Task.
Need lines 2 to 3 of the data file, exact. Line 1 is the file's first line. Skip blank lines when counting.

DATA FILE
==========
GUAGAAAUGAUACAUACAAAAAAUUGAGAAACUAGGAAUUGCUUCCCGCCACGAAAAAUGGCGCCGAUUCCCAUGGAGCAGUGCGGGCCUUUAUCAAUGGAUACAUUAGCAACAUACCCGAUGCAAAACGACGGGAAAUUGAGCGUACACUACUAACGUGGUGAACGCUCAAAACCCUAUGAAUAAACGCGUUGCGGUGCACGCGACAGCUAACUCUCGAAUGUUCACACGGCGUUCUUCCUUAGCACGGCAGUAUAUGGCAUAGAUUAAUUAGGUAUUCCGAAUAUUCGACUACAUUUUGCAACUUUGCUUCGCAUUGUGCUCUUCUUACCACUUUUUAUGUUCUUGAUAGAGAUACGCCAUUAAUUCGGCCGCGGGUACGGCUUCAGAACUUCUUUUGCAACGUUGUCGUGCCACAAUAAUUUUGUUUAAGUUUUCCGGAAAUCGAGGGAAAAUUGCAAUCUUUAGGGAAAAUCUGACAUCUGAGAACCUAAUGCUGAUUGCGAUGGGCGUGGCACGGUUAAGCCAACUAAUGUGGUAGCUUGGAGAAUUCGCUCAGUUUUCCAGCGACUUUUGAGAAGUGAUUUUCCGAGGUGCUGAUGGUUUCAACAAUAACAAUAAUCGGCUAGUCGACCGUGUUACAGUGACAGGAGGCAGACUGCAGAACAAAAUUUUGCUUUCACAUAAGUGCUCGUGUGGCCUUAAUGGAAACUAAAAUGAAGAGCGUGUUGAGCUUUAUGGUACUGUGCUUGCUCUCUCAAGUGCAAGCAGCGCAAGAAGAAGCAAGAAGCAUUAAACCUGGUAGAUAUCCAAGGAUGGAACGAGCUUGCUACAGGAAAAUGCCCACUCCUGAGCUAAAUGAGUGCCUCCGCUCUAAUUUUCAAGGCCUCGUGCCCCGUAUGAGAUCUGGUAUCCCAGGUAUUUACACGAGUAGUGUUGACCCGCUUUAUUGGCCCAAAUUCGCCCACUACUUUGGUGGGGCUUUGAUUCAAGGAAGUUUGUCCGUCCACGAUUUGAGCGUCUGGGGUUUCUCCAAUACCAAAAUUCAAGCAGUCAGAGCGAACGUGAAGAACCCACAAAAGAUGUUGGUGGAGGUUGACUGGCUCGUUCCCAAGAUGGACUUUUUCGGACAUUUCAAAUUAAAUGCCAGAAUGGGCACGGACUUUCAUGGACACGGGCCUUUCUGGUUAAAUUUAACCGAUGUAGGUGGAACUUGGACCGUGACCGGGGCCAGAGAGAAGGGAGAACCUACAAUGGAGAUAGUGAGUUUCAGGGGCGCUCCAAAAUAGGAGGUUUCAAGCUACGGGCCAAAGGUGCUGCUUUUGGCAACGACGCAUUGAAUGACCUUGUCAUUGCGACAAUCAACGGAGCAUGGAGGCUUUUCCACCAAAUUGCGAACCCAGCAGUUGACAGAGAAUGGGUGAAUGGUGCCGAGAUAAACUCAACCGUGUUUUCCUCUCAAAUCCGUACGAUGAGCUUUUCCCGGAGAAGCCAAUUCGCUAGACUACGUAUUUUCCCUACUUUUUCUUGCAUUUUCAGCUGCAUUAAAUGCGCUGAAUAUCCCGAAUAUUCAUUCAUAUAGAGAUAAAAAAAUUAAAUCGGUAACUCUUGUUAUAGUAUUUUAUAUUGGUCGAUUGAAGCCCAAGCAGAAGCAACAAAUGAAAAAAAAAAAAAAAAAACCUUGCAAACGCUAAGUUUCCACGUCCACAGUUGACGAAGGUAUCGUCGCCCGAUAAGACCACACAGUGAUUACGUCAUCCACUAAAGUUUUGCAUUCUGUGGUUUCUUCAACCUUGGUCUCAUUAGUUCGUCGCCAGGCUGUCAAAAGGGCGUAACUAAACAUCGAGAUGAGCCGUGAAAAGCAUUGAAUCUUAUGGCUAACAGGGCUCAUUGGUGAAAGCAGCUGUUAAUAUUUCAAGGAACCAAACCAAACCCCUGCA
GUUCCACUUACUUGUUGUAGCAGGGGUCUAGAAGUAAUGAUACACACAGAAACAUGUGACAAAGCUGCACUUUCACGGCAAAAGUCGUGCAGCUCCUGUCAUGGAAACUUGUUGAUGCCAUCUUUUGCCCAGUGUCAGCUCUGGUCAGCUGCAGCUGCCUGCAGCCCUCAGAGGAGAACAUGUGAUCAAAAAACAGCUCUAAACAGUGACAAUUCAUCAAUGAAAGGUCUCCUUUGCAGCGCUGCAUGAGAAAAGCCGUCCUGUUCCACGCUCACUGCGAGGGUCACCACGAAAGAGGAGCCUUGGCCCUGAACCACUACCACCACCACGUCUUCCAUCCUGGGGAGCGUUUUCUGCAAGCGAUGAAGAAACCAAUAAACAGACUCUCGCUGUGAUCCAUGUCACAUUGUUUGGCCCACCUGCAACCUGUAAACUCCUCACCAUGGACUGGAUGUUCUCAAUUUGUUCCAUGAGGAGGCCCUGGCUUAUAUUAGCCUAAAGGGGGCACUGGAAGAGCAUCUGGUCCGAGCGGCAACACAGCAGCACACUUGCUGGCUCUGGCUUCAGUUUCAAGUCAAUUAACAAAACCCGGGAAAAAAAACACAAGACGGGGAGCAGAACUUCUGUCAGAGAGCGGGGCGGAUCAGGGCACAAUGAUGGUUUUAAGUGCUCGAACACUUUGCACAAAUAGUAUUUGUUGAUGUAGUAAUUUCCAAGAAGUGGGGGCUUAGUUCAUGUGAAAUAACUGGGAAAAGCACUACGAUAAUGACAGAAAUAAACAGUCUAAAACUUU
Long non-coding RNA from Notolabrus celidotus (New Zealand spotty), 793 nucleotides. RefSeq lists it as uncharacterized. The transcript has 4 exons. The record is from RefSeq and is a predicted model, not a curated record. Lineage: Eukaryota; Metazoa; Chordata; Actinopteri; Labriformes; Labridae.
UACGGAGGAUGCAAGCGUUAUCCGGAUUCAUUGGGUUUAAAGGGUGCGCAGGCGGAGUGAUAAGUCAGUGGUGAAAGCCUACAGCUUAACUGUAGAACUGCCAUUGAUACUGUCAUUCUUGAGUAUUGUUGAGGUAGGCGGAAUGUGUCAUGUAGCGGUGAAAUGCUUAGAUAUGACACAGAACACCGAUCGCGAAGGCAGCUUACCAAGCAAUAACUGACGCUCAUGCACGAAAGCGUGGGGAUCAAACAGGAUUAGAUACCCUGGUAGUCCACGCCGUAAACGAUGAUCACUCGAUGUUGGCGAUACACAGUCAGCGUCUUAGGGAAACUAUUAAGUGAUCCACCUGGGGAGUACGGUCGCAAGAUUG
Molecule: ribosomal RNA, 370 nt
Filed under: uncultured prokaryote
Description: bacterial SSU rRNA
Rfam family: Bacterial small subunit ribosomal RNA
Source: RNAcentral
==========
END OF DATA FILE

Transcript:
GUUCCACUUACUUGUUGUAGCAGGGGUCUAGAAGUAAUGAUACACACAGAAACAUGUGACAAAGCUGCACUUUCACGGCAAAAGUCGUGCAGCUCCUGUCAUGGAAACUUGUUGAUGCCAUCUUUUGCCCAGUGUCAGCUCUGGUCAGCUGCAGCUGCCUGCAGCCCUCAGAGGAGAACAUGUGAUCAAAAAACAGCUCUAAACAGUGACAAUUCAUCAAUGAAAGGUCUCCUUUGCAGCGCUGCAUGAGAAAAGCCGUCCUGUUCCACGCUCACUGCGAGGGUCACCACGAAAGAGGAGCCUUGGCCCUGAACCACUACCACCACCACGUCUUCCAUCCUGGGGAGCGUUUUCUGCAAGCGAUGAAGAAACCAAUAAACAGACUCUCGCUGUGAUCCAUGUCACAUUGUUUGGCCCACCUGCAACCUGUAAACUCCUCACCAUGGACUGGAUGUUCUCAAUUUGUUCCAUGAGGAGGCCCUGGCUUAUAUUAGCCUAAAGGGGGCACUGGAAGAGCAUCUGGUCCGAGCGGCAACACAGCAGCACACUUGCUGGCUCUGGCUUCAGUUUCAAGUCAAUUAACAAAACCCGGGAAAAAAAACACAAGACGGGGAGCAGAACUUCUGUCAGAGAGCGGGGCGGAUCAGGGCACAAUGAUGGUUUUAAGUGCUCGAACACUUUGCACAAAUAGUAUUUGUUGAUGUAGUAAUUUCCAAGAAGUGGGGGCUUAGUUCAUGUGAAAUAACUGGGAAAAGCACUACGAUAAUGACAGAAAUAAACAGUCUAAAACUUU
Long non-coding RNA from Notolabrus celidotus (New Zealand spotty), 793 nucleotides. RefSeq lists it as uncharacterized. The transcript has 4 exons. The record is from RefSeq and is a predicted model, not a curated record. Lineage: Eukaryota; Metazoa; Chordata; Actinopteri; Labriformes; Labridae.